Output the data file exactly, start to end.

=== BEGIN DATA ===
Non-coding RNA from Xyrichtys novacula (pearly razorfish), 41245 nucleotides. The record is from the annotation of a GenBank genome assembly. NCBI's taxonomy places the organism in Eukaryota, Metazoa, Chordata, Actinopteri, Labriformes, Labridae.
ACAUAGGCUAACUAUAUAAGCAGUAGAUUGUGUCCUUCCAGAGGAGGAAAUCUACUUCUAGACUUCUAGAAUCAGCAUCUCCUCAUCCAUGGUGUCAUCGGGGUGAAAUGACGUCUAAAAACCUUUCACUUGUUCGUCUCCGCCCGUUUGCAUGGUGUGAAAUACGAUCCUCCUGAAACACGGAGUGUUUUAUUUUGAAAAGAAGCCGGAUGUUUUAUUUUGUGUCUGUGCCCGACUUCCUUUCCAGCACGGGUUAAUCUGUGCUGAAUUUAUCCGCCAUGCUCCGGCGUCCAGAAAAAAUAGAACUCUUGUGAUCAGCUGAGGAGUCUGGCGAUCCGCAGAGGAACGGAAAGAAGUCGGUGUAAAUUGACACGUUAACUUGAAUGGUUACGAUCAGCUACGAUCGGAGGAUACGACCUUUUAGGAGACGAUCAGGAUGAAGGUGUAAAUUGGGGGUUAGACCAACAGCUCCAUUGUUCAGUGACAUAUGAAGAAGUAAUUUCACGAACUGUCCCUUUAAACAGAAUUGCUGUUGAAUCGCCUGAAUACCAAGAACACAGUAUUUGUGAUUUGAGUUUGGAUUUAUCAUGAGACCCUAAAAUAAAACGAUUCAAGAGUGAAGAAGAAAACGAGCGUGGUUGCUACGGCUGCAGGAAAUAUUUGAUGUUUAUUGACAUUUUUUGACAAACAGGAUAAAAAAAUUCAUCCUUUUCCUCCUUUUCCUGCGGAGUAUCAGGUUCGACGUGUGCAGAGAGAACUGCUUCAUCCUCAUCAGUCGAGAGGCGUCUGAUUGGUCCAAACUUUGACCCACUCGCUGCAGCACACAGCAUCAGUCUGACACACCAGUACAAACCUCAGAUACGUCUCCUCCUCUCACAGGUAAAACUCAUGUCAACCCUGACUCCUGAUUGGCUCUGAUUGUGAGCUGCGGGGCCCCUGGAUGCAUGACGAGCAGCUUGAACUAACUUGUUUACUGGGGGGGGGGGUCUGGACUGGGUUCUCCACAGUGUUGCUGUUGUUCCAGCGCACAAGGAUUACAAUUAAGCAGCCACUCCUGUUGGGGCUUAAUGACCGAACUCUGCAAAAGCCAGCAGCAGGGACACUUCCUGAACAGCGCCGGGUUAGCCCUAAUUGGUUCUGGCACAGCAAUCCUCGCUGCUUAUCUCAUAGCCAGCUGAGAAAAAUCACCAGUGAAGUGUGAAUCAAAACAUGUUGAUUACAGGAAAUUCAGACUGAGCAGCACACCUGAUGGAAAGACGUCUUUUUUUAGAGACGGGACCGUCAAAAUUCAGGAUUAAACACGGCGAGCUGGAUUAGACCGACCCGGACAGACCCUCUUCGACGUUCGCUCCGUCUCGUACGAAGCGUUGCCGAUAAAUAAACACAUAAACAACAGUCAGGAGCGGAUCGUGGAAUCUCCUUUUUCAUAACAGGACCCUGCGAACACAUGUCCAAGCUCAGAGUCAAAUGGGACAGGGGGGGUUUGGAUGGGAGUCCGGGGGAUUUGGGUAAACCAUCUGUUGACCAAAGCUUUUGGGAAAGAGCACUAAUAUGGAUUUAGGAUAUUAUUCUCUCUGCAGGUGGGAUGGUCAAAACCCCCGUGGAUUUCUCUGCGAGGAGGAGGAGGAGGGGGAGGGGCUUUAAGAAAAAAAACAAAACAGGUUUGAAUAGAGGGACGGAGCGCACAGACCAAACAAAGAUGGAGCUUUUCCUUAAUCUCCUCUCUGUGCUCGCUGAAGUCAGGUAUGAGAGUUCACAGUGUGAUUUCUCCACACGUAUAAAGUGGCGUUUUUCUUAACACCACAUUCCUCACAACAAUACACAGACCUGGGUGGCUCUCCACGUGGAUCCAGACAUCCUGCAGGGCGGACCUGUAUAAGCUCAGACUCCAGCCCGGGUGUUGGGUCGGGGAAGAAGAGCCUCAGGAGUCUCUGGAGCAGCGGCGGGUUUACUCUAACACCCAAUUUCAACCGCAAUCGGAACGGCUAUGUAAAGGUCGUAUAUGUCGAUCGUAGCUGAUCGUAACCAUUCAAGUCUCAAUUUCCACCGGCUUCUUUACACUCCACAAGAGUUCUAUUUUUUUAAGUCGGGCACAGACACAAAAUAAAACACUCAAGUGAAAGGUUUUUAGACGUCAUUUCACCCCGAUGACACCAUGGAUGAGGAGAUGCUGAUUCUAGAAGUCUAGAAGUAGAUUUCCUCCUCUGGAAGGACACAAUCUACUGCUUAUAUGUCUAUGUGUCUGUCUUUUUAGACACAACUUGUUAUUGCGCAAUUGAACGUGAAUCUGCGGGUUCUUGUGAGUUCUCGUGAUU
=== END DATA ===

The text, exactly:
Non-coding RNA from Xyrichtys novacula (pearly razorfish), 41245 nucleotides. The record is from the annotation of a GenBank genome assembly. NCBI's taxonomy places the organism in Eukaryota, Metazoa, Chordata, Actinopteri, Labriformes, Labridae.
ACAUAGGCUAACUAUAUAAGCAGUAGAUUGUGUCCUUCCAGAGGAGGAAAUCUACUUCUAGACUUCUAGAAUCAGCAUCUCCUCAUCCAUGGUGUCAUCGGGGUGAAAUGACGUCUAAAAACCUUUCACUUGUUCGUCUCCGCCCGUUUGCAUGGUGUGAAAUACGAUCCUCCUGAAACACGGAGUGUUUUAUUUUGAAAAGAAGCCGGAUGUUUUAUUUUGUGUCUGUGCCCGACUUCCUUUCCAGCACGGGUUAAUCUGUGCUGAAUUUAUCCGCCAUGCUCCGGCGUCCAGAAAAAAUAGAACUCUUGUGAUCAGCUGAGGAGUCUGGCGAUCCGCAGAGGAACGGAAAGAAGUCGGUGUAAAUUGACACGUUAACUUGAAUGGUUACGAUCAGCUACGAUCGGAGGAUACGACCUUUUAGGAGACGAUCAGGAUGAAGGUGUAAAUUGGGGGUUAGACCAACAGCUCCAUUGUUCAGUGACAUAUGAAGAAGUAAUUUCACGAACUGUCCCUUUAAACAGAAUUGCUGUUGAAUCGCCUGAAUACCAAGAACACAGUAUUUGUGAUUUGAGUUUGGAUUUAUCAUGAGACCCUAAAAUAAAACGAUUCAAGAGUGAAGAAGAAAACGAGCGUGGUUGCUACGGCUGCAGGAAAUAUUUGAUGUUUAUUGACAUUUUUUGACAAACAGGAUAAAAAAAUUCAUCCUUUUCCUCCUUUUCCUGCGGAGUAUCAGGUUCGACGUGUGCAGAGAGAACUGCUUCAUCCUCAUCAGUCGAGAGGCGUCUGAUUGGUCCAAACUUUGACCCACUCGCUGCAGCACACAGCAUCAGUCUGACACACCAGUACAAACCUCAGAUACGUCUCCUCCUCUCACAGGUAAAACUCAUGUCAACCCUGACUCCUGAUUGGCUCUGAUUGUGAGCUGCGGGGCCCCUGGAUGCAUGACGAGCAGCUUGAACUAACUUGUUUACUGGGGGGGGGGGUCUGGACUGGGUUCUCCACAGUGUUGCUGUUGUUCCAGCGCACAAGGAUUACAAUUAAGCAGCCACUCCUGUUGGGGCUUAAUGACCGAACUCUGCAAAAGCCAGCAGCAGGGACACUUCCUGAACAGCGCCGGGUUAGCCCUAAUUGGUUCUGGCACAGCAAUCCUCGCUGCUUAUCUCAUAGCCAGCUGAGAAAAAUCACCAGUGAAGUGUGAAUCAAAACAUGUUGAUUACAGGAAAUUCAGACUGAGCAGCACACCUGAUGGAAAGACGUCUUUUUUUAGAGACGGGACCGUCAAAAUUCAGGAUUAAACACGGCGAGCUGGAUUAGACCGACCCGGACAGACCCUCUUCGACGUUCGCUCCGUCUCGUACGAAGCGUUGCCGAUAAAUAAACACAUAAACAACAGUCAGGAGCGGAUCGUGGAAUCUCCUUUUUCAUAACAGGACCCUGCGAACACAUGUCCAAGCUCAGAGUCAAAUGGGACAGGGGGGGUUUGGAUGGGAGUCCGGGGGAUUUGGGUAAACCAUCUGUUGACCAAAGCUUUUGGGAAAGAGCACUAAUAUGGAUUUAGGAUAUUAUUCUCUCUGCAGGUGGGAUGGUCAAAACCCCCGUGGAUUUCUCUGCGAGGAGGAGGAGGAGGGGGAGGGGCUUUAAGAAAAAAAACAAAACAGGUUUGAAUAGAGGGACGGAGCGCACAGACCAAACAAAGAUGGAGCUUUUCCUUAAUCUCCUCUCUGUGCUCGCUGAAGUCAGGUAUGAGAGUUCACAGUGUGAUUUCUCCACACGUAUAAAGUGGCGUUUUUCUUAACACCACAUUCCUCACAACAAUACACAGACCUGGGUGGCUCUCCACGUGGAUCCAGACAUCCUGCAGGGCGGACCUGUAUAAGCUCAGACUCCAGCCCGGGUGUUGGGUCGGGGAAGAAGAGCCUCAGGAGUCUCUGGAGCAGCGGCGGGUUUACUCUAACACCCAAUUUCAACCGCAAUCGGAACGGCUAUGUAAAGGUCGUAUAUGUCGAUCGUAGCUGAUCGUAACCAUUCAAGUCUCAAUUUCCACCGGCUUCUUUACACUCCACAAGAGUUCUAUUUUUUUAAGUCGGGCACAGACACAAAAUAAAACACUCAAGUGAAAGGUUUUUAGACGUCAUUUCACCCCGAUGACACCAUGGAUGAGGAGAUGCUGAUUCUAGAAGUCUAGAAGUAGAUUUCCUCCUCUGGAAGGACACAAUCUACUGCUUAUAUGUCUAUGUGUCUGUCUUUUUAGACACAACUUGUUAUUGCGCAAUUGAACGUGAAUCUGCGGGUUCUUGUGAGUUCUCGUGAUU